Examination of the lymph nodes
A thorough clinical examination should usually include both a systematic inspection and palpation of the clinically relevant lymph node stations.
The most important stations are
- the head and neck area
- the axilla
- and the inguinal area
Consequently, the lymph nodes are usually examined from cranial to caudal.
Around one third of all lymph nodes are located in the head and neck area, where they can be found superficially and are therefore easily palpable.
The following lymph nodes should be included in every palpation:
- retro- and preauricular
- posterior triangle of the neck
and those in the area of the internal jugular vein, which lie deep within the neck and may be palpated ventral or dorsal to the sternocleidomastoid muscle.
Additionally, the supraclavicular lymph nodes should be palpated as well, since enlargement of these lymph nodes is often associated with malignancies. Abdominal tumors that metastasize via the lymphatic system, such as gastric cancer, will often result in an enlarged Virchow node in the left supraclavicular fossa.
Carefully palpate the individual lymph node stations. To facilitate differentiation between lymph nodes and muscles, the area that is palpated should be as relaxed as possible.
Every palpable lymph node is considered enlarged.
If there is enlargement, pay attention to consistency, tenderness, mobility, the number of enlarged lymph nodes and any erythema in the affected area.
Multiple, fused lymph nodes are referred to as conglomerates and are highly suspicious for malignancy.
After palpating the head and neck, continue by examining the axillary lymph nodes, which can be divided into different groups as well.
The pectoral or anterior group is located in the anterior axillary fold and is responsible for the majority of lymphatic drainage of the chest and chest wall. The subscapular or posterior lymph node group is palpable deep within the posterior axillary fold. It drains parts of the arms and the chest wall. The brachial or lateral lymph nodes drain the majority of the arms and can be palpated in the area of the proximal humerus.
All of the lymph node groups just mentioned then drain into the central group, which is palpable at the base of the axilla.
The subclavicular or apical group represents the last lymph node station before the lymphatic vessels drain into the venous system. This group should be examined together with the cervical or axillary lymph nodes.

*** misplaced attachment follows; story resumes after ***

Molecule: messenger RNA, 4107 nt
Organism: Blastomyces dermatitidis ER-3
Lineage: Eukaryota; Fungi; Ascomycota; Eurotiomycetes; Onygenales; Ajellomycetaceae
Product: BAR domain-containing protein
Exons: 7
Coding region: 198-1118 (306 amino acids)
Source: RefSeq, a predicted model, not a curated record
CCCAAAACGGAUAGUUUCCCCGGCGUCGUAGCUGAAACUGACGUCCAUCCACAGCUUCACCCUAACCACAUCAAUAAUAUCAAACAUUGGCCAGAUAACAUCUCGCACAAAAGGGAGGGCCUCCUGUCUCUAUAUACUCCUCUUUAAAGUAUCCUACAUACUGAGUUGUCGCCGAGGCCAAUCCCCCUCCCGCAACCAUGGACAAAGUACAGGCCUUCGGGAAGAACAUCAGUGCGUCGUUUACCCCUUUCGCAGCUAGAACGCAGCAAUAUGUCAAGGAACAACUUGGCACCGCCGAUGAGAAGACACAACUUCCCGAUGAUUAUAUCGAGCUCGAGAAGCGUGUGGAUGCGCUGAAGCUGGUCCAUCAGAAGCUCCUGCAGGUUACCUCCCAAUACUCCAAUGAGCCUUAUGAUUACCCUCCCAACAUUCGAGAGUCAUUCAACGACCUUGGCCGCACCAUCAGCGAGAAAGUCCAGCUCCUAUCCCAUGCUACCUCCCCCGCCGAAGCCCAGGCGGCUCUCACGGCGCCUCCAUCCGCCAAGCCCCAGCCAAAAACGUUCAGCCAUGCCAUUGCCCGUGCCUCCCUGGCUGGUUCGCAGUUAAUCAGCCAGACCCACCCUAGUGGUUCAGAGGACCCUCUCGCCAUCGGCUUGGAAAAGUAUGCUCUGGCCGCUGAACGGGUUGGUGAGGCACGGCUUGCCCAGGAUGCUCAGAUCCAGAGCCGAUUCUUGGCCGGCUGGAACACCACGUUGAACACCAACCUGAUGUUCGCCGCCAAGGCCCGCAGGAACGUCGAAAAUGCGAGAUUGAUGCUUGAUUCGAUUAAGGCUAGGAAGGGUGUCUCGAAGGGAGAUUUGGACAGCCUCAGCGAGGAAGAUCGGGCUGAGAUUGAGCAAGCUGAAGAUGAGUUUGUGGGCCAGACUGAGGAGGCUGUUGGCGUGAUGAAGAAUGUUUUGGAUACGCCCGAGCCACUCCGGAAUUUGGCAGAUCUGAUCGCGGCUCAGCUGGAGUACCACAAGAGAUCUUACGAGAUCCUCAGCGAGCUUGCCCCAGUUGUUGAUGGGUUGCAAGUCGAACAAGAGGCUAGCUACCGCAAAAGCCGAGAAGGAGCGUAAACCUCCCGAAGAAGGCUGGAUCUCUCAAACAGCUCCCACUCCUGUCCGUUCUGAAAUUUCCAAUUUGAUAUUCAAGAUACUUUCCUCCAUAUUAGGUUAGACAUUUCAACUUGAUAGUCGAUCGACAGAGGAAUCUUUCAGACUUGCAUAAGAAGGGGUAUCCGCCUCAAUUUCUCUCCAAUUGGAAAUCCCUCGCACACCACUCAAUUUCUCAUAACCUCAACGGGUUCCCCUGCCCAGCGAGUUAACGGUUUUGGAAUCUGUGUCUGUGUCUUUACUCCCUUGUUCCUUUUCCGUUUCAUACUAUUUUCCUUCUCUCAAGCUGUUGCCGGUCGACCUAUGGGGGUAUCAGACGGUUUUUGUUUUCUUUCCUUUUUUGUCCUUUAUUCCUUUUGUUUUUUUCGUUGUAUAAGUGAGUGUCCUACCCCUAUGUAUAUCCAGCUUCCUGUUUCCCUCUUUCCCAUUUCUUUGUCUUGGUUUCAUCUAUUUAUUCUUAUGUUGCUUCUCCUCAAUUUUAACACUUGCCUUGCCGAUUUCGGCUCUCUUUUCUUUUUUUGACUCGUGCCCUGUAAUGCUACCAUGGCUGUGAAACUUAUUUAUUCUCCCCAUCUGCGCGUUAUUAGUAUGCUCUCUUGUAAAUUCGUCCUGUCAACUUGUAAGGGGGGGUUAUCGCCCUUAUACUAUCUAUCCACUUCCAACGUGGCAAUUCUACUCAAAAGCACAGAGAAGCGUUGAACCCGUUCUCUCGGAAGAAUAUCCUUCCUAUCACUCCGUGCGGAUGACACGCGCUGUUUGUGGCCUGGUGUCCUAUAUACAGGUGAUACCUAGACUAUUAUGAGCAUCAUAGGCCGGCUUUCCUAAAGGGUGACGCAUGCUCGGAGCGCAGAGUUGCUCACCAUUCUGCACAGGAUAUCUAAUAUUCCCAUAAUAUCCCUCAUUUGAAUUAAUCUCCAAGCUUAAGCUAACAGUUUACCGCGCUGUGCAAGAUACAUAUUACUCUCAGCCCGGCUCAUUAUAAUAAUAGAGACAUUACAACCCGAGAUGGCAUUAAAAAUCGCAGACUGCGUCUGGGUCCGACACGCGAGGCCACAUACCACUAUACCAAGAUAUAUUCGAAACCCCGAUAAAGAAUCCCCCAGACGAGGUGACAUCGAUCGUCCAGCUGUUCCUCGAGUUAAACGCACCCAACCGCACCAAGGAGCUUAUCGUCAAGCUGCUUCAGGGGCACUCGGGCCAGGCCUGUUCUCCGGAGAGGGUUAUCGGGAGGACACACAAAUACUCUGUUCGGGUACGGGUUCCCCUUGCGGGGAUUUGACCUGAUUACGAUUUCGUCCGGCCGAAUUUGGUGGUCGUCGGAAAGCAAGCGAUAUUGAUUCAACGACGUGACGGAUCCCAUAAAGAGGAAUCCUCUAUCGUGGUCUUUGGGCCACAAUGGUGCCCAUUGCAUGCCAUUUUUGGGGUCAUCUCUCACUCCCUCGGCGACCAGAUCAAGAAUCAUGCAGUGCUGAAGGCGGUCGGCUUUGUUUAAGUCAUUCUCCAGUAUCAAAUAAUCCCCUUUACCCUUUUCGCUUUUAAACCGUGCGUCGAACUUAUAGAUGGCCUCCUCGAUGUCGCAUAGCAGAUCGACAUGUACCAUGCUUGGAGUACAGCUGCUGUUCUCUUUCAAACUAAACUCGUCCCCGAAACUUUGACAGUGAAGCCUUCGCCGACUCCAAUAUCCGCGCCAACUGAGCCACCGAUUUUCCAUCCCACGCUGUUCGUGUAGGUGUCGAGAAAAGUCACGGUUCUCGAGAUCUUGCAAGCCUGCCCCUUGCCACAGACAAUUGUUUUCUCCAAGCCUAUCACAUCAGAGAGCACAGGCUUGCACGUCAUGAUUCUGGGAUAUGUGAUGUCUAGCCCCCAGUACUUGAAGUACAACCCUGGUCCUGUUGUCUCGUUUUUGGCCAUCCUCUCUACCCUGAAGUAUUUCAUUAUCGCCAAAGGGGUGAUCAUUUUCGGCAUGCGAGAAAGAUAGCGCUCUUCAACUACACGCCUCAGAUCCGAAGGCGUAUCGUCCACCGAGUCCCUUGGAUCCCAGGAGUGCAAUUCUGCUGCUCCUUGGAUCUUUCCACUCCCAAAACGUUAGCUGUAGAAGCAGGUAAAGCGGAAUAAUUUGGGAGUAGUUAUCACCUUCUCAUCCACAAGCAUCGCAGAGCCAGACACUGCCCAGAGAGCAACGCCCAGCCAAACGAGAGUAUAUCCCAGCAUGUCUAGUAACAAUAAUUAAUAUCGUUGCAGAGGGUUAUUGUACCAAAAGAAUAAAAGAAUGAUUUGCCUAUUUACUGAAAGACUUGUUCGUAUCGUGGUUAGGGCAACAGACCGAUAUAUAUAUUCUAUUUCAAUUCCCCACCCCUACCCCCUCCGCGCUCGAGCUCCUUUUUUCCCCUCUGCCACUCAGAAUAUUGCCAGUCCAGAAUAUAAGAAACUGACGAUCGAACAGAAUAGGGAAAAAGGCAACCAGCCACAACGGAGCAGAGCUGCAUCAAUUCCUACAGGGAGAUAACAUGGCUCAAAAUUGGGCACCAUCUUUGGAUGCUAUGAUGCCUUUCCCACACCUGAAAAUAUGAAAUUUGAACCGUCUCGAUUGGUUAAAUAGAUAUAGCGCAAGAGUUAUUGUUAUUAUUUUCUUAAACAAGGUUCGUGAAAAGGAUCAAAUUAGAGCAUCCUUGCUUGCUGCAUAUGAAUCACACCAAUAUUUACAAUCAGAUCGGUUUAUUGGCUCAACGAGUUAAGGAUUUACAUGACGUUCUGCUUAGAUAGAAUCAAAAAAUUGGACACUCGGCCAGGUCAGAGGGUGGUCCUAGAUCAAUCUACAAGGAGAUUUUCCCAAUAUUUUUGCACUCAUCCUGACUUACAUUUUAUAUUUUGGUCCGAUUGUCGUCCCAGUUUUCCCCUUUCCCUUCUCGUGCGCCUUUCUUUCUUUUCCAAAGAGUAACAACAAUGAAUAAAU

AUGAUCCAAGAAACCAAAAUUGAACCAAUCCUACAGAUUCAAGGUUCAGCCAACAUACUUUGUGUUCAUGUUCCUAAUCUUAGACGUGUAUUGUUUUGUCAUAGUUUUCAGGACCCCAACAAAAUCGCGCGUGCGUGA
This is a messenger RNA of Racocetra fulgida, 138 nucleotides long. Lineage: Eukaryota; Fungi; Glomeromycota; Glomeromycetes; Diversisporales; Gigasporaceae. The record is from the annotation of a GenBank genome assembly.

In this patient, the examiner starts by palpating the pectoral group, behind the lateral aspect of the pectoralis major muscle. Afterwards, he palpates the central group, followed by the posterior group in the area of the posterior axillary fold and the brachial group of the upper arm.
Distinguishing between lymph nodes and surrounding muscles is best achieved when the arm is relaxed and lowered.
Afterwards, the superficial lymph nodes of the inguinal area should be palpated. They are divided into a horizontal and a vertical group.
The horizontal group lies below the inguinal ligament and can therefore be palpated parallel to its course. This group is responsible for draining parts of the external genitalia, trunk and lower back.
The vertical group is located adjacent to the great proximal saphenous vein and drains lymphatic fluid from the lower extremity.
Examination of the inguinal lymph nodes is best performed with the patient lying down.
As a lymphatic organ, the spleen should always be part of the lymph node assessment since splenomegaly can hint at a systemic inflammatory or malignant illness.
The spleen is generally not palpable in healthy adults. A pathologically enlarged spleen is palpated under the left costal margin during inspiration as the inferior edge descends to the examiner’s fingertips.If an enlarged spleen is already suspected, palpation should begin further down. The examination may be facilitated by gently lifting the left flank of the patient ventrally.